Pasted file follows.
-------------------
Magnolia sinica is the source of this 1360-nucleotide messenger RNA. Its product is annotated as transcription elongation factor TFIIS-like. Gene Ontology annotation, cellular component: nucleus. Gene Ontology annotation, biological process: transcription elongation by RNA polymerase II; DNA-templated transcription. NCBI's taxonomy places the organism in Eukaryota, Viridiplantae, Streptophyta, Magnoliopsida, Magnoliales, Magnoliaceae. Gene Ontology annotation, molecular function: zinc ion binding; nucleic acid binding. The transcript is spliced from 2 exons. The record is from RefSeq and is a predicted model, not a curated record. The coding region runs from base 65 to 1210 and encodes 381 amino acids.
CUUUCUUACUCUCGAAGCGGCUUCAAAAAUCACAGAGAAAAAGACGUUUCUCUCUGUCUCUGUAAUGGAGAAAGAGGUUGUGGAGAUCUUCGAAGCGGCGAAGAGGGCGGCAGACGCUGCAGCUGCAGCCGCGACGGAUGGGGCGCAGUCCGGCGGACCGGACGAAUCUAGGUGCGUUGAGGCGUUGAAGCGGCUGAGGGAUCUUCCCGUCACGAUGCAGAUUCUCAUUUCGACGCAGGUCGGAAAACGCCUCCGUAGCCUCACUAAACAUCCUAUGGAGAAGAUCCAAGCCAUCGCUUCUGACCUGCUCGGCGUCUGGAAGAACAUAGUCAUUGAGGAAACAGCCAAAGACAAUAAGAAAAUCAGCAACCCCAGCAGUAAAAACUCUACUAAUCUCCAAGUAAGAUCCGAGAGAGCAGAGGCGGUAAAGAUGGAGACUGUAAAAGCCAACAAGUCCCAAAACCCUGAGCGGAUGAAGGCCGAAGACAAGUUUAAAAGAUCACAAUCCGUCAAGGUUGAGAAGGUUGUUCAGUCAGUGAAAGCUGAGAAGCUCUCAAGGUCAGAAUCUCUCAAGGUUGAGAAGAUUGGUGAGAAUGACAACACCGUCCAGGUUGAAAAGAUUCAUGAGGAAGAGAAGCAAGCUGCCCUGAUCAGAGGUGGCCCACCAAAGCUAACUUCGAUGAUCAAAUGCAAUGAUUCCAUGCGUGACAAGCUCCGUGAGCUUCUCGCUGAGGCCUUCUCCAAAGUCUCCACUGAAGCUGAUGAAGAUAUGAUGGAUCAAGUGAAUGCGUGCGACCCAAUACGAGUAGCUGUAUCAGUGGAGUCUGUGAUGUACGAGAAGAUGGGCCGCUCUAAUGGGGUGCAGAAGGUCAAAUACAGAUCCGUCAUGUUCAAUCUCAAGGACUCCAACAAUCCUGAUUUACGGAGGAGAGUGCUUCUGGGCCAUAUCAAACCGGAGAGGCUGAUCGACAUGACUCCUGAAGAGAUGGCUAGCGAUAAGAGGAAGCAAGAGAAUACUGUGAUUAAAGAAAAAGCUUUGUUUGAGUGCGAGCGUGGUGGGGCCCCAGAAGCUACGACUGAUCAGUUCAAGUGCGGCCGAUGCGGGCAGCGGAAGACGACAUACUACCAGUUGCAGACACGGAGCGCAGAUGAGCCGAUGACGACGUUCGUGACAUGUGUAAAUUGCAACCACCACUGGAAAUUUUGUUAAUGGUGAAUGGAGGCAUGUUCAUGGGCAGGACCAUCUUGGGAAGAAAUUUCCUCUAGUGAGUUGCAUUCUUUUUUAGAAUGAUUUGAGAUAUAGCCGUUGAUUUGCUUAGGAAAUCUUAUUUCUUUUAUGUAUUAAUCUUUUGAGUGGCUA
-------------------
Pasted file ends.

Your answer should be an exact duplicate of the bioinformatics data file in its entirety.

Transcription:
Magnolia sinica is the source of this 1360-nucleotide messenger RNA. Its product is annotated as transcription elongation factor TFIIS-like. Gene Ontology annotation, cellular component: nucleus. Gene Ontology annotation, biological process: transcription elongation by RNA polymerase II; DNA-templated transcription. NCBI's taxonomy places the organism in Eukaryota, Viridiplantae, Streptophyta, Magnoliopsida, Magnoliales, Magnoliaceae. Gene Ontology annotation, molecular function: zinc ion binding; nucleic acid binding. The transcript is spliced from 2 exons. The record is from RefSeq and is a predicted model, not a curated record. The coding region runs from base 65 to 1210 and encodes 381 amino acids.
CUUUCUUACUCUCGAAGCGGCUUCAAAAAUCACAGAGAAAAAGACGUUUCUCUCUGUCUCUGUAAUGGAGAAAGAGGUUGUGGAGAUCUUCGAAGCGGCGAAGAGGGCGGCAGACGCUGCAGCUGCAGCCGCGACGGAUGGGGCGCAGUCCGGCGGACCGGACGAAUCUAGGUGCGUUGAGGCGUUGAAGCGGCUGAGGGAUCUUCCCGUCACGAUGCAGAUUCUCAUUUCGACGCAGGUCGGAAAACGCCUCCGUAGCCUCACUAAACAUCCUAUGGAGAAGAUCCAAGCCAUCGCUUCUGACCUGCUCGGCGUCUGGAAGAACAUAGUCAUUGAGGAAACAGCCAAAGACAAUAAGAAAAUCAGCAACCCCAGCAGUAAAAACUCUACUAAUCUCCAAGUAAGAUCCGAGAGAGCAGAGGCGGUAAAGAUGGAGACUGUAAAAGCCAACAAGUCCCAAAACCCUGAGCGGAUGAAGGCCGAAGACAAGUUUAAAAGAUCACAAUCCGUCAAGGUUGAGAAGGUUGUUCAGUCAGUGAAAGCUGAGAAGCUCUCAAGGUCAGAAUCUCUCAAGGUUGAGAAGAUUGGUGAGAAUGACAACACCGUCCAGGUUGAAAAGAUUCAUGAGGAAGAGAAGCAAGCUGCCCUGAUCAGAGGUGGCCCACCAAAGCUAACUUCGAUGAUCAAAUGCAAUGAUUCCAUGCGUGACAAGCUCCGUGAGCUUCUCGCUGAGGCCUUCUCCAAAGUCUCCACUGAAGCUGAUGAAGAUAUGAUGGAUCAAGUGAAUGCGUGCGACCCAAUACGAGUAGCUGUAUCAGUGGAGUCUGUGAUGUACGAGAAGAUGGGCCGCUCUAAUGGGGUGCAGAAGGUCAAAUACAGAUCCGUCAUGUUCAAUCUCAAGGACUCCAACAAUCCUGAUUUACGGAGGAGAGUGCUUCUGGGCCAUAUCAAACCGGAGAGGCUGAUCGACAUGACUCCUGAAGAGAUGGCUAGCGAUAAGAGGAAGCAAGAGAAUACUGUGAUUAAAGAAAAAGCUUUGUUUGAGUGCGAGCGUGGUGGGGCCCCAGAAGCUACGACUGAUCAGUUCAAGUGCGGCCGAUGCGGGCAGCGGAAGACGACAUACUACCAGUUGCAGACACGGAGCGCAGAUGAGCCGAUGACGACGUUCGUGACAUGUGUAAAUUGCAACCACCACUGGAAAUUUUGUUAAUGGUGAAUGGAGGCAUGUUCAUGGGCAGGACCAUCUUGGGAAGAAAUUUCCUCUAGUGAGUUGCAUUCUUUUUUAGAAUGAUUUGAGAUAUAGCCGUUGAUUUGCUUAGGAAAUCUUAUUUCUUUUAUGUAUUAAUCUUUUGAGUGGCUA